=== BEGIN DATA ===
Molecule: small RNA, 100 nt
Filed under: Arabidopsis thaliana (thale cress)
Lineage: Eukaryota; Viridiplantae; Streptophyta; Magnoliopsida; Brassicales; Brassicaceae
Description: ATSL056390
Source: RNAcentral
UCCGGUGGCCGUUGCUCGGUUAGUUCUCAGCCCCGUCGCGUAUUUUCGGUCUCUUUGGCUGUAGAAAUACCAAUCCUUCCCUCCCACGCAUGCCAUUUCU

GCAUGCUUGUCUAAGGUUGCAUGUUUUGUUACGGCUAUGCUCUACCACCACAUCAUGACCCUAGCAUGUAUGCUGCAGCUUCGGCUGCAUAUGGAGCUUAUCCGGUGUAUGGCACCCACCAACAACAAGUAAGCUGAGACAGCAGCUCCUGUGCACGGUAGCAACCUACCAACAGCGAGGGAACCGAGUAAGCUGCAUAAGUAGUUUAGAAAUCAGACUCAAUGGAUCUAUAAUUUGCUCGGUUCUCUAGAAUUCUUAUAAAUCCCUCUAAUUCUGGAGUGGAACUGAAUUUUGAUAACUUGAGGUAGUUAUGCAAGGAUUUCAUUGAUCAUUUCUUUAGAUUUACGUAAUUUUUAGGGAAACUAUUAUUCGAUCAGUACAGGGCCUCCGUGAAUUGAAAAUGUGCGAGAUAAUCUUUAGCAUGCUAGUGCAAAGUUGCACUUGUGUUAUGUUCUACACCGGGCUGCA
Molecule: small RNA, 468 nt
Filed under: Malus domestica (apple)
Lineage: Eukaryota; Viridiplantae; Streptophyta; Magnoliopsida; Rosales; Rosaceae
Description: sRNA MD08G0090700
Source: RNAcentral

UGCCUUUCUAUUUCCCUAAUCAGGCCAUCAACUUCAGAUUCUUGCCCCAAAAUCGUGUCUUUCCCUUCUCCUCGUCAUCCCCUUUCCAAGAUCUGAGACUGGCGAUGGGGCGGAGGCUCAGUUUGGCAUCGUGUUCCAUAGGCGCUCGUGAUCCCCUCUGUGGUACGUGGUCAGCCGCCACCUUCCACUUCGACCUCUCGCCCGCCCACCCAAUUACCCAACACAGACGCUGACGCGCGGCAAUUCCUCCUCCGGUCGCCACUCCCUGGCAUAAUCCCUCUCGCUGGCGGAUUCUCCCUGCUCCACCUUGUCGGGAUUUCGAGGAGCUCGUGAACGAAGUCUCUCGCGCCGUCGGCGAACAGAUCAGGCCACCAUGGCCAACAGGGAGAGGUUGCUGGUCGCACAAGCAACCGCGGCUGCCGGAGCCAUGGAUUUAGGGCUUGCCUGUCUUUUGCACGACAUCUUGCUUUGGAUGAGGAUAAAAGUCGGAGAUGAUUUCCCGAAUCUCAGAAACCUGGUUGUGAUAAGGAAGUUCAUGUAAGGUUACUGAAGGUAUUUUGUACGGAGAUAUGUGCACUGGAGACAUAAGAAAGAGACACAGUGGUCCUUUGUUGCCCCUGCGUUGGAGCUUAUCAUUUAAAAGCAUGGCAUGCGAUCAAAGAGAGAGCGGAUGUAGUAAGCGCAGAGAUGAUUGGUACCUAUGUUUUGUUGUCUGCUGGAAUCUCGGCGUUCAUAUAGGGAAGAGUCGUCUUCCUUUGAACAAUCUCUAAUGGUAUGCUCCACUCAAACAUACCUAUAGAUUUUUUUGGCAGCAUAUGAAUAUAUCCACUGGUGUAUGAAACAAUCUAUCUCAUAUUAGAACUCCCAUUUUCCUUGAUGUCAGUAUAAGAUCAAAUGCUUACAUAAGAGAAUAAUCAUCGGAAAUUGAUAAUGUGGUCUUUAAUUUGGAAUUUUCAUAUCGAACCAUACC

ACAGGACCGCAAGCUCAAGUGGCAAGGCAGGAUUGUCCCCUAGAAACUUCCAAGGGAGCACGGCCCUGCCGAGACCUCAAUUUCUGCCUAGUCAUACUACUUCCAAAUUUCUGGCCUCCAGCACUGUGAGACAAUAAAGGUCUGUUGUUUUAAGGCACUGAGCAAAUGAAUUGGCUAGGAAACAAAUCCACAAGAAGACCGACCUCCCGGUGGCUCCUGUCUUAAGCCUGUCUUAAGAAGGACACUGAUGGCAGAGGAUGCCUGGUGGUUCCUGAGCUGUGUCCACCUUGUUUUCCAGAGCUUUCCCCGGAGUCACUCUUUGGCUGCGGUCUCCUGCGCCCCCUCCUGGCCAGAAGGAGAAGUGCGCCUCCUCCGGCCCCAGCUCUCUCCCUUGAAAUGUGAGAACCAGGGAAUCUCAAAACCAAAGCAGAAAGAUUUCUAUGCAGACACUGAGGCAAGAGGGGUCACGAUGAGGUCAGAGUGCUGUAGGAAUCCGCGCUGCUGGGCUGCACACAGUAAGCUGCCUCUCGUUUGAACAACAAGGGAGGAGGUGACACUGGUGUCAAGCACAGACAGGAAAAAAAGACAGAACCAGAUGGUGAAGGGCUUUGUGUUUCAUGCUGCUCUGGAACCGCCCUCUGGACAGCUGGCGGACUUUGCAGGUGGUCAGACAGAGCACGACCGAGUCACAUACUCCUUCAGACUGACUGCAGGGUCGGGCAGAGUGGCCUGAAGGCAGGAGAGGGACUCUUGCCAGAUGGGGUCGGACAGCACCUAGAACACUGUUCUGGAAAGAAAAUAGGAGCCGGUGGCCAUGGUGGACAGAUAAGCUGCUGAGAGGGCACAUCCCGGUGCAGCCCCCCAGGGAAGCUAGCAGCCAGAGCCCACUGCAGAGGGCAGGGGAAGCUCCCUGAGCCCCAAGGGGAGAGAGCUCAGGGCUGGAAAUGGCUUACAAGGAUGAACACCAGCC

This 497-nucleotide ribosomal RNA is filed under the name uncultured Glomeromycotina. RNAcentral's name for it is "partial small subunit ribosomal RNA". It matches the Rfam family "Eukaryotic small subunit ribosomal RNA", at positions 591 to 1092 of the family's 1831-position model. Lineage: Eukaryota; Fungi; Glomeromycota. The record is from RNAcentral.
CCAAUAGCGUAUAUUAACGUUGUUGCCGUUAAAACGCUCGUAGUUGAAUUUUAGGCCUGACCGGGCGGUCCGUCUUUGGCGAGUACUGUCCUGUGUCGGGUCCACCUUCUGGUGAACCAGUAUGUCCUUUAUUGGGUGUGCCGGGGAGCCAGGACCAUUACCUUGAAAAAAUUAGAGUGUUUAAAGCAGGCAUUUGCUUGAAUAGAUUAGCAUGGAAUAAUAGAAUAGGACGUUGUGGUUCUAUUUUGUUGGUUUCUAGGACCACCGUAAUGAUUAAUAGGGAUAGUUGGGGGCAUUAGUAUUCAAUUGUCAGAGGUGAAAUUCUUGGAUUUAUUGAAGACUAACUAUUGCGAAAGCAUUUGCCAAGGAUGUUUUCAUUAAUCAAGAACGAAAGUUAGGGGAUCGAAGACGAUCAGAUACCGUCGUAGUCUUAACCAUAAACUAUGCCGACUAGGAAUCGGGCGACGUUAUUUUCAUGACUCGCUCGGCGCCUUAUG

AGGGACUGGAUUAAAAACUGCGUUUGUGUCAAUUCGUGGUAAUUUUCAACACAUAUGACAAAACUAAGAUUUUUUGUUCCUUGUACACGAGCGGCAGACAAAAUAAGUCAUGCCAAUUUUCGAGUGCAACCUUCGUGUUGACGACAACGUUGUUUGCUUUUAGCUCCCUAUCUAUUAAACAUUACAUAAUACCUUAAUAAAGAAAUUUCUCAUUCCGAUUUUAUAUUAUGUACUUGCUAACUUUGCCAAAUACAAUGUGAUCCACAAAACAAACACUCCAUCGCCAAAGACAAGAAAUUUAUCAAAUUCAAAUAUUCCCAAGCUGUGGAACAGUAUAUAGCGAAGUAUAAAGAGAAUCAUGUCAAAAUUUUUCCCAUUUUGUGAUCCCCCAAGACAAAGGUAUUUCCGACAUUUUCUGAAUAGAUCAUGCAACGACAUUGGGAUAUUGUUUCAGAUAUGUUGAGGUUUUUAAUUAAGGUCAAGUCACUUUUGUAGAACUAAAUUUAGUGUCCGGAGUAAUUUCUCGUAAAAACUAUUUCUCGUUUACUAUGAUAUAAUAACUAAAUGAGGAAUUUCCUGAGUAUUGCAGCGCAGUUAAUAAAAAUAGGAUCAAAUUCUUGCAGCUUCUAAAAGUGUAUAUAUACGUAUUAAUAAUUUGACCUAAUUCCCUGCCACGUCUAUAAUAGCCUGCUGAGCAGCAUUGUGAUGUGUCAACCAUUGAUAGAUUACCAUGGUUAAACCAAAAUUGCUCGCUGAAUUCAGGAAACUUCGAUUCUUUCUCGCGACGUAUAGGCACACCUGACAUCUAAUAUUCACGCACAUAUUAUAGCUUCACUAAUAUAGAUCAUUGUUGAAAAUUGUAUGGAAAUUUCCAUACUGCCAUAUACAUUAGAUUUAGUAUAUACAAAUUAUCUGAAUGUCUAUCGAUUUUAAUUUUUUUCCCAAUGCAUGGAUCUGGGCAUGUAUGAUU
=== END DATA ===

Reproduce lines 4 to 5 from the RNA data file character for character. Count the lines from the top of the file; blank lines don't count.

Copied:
Description: ATSL056390
Source: RNAcentral